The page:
The i-LIMB has flexible hydraulic drives are located directly in the movable finger joints.
Credit: Touch Bionics, Orthopedic University Hospital
The latest prosthetic limbs are giving real flesh a run for its money, but connecting these high-tech appendages to the human nervous system has proved to be a challenge. Now, with $5.6 million in funding, researchers at the Neurophotonics Research Center plan to give amputees the ability to move their prosthetic legs, arms and hands in more natural ways.
The researchers hope to develop a type of fiber-optic interface – which uses light to carry information rather than wires – that would allow the nerves in the body and the artificial limb to communicate with one another – a must for humanlike movement.
“Advanced robotic arms for prosthetics exist,” said Marc Christensen, a professor at Southern Methodist University and director of the research center. “What we haven’t had is a good interface for them."
There are two types of interfaces available today. The first is electronic, and because it uses physical wires to connect nerve endings with, say, a robotic arm, it’s limited in the number of signals it can sense.
“You could conceive of a robotic arm that could move up and down and open and close its hand, [but] not too much more complexity than that,” Christensen said.
The second type of interface allows for hundreds to thousands of signals. The problem with these is they don’t last much more than six months, Christensen said.
Christensen and his team expect to prove that their concept works in a lab setting within the next six months, and to begin human trials in the next five to 10 years.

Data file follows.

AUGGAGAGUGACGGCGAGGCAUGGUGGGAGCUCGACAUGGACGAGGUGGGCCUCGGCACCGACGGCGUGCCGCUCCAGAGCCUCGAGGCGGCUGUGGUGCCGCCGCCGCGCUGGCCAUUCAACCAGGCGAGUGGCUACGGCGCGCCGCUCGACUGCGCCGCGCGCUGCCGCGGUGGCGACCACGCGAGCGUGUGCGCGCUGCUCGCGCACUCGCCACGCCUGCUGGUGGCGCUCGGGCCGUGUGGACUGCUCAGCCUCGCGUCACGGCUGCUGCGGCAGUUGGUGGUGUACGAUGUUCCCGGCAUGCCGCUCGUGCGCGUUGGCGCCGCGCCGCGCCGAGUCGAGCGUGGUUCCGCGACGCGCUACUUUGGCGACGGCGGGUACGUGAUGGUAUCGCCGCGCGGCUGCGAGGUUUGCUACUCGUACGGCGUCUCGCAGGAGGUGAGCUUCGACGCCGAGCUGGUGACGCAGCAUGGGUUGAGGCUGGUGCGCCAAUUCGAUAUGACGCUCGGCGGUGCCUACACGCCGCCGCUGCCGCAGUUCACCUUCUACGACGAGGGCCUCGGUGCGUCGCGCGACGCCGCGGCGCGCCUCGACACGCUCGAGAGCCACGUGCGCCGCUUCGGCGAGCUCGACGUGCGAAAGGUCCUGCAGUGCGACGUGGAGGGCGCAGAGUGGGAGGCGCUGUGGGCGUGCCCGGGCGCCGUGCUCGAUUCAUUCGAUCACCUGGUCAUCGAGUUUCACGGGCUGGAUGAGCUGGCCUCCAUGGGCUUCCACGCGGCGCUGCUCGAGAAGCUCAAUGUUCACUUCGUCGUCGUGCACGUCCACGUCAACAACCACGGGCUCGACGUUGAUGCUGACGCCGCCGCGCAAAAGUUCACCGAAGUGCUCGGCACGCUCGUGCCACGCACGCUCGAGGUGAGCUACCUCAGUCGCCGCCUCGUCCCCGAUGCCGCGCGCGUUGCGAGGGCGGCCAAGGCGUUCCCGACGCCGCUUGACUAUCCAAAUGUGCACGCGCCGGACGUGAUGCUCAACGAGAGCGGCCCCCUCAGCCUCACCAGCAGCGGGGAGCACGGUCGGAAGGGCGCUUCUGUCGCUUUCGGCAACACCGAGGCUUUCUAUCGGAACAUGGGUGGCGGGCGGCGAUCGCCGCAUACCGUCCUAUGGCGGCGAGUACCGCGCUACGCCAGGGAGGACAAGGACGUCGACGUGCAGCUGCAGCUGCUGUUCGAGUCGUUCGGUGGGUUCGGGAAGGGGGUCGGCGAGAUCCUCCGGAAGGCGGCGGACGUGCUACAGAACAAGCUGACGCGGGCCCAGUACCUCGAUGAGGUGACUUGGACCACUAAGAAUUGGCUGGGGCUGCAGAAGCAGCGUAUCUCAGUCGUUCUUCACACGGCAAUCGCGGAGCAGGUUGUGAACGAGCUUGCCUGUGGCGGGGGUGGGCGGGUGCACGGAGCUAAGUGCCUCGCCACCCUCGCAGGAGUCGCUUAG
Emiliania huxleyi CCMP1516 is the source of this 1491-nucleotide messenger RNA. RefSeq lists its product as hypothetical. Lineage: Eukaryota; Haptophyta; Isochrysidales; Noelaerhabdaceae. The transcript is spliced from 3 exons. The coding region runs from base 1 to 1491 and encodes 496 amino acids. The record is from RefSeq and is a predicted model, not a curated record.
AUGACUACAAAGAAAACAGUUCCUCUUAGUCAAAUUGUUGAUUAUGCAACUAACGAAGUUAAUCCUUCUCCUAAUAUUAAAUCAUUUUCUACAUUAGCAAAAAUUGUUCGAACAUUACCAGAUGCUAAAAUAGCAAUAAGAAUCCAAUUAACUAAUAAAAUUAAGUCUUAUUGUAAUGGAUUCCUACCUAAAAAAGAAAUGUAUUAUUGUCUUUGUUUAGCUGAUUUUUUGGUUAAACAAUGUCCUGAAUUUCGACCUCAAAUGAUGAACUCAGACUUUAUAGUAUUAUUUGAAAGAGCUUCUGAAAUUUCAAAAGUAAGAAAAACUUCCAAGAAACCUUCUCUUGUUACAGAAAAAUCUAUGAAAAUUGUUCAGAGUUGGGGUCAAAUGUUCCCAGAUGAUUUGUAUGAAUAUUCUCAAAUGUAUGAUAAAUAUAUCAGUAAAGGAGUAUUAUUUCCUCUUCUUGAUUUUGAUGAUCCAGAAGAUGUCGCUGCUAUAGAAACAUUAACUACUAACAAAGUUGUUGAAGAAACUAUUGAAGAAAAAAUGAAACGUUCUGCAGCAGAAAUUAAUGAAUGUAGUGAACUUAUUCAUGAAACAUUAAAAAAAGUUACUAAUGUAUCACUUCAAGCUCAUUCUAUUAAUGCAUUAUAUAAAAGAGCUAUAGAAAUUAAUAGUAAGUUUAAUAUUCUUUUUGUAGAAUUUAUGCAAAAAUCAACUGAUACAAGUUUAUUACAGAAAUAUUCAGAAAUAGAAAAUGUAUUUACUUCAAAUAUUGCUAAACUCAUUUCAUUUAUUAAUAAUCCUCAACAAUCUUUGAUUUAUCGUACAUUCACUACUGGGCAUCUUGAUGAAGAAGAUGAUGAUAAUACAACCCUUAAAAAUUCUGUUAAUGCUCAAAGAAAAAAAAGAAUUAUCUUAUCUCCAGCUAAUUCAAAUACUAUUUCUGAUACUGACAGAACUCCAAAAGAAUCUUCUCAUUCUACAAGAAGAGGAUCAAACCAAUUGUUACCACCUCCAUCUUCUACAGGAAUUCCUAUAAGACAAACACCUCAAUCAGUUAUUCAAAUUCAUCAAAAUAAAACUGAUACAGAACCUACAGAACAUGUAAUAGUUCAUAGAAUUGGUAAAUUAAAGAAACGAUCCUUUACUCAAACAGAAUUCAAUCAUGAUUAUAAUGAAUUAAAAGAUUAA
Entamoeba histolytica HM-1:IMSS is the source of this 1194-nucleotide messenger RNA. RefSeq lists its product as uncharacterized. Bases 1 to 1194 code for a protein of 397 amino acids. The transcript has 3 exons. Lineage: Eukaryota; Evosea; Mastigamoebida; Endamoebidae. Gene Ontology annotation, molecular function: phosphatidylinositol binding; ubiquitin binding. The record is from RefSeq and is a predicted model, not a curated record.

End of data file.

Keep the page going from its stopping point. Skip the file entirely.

To make their biological-robotic interface, the researchers will use fiber-optic cables attached to thousands of spherical sensors, each half the width of a human hair.
Here’s how they would work: When the brain tells the body to move the arm in a particular way, it fires nerves attached to arm muscles. For amputees, these nerves still fire but there is no connection between this firing nerve and the artificial limb. The sensors and fiber-optic cables would provide this connection.
When a nerve fires, the spherical sensors near that nerve would change shape, alerting the fiber- optic cable, which would then send a light signal to a computer chip. The computer chip would tell the robotic “muscle” what to do.
The system would require some programming so the correct nerve firing would signal the appropriate movement. Think of a video-game controller whose wires have been cut, Christensen said.
“If you knew which wire connected to what you could put it back together,” he told TechNewsDaily.
The cut wires are like the nerve endings and the Nintendo controller is the prosthetic limb. The setup process would basically map out the function of each nerve ending and feed this information to the computer chip responsible for converting the light signal into an instruction that the prosthetic limb could then follow.
The team thinks their research could be used beyond prosthetics.
“There’s potential here for a spinal cord injury,” Christensen said. “We could build a patch cord that [jumps] around the injury site so you’d sense all the signals traveling down the spinal cord above the injury and then re-create them just below the injury."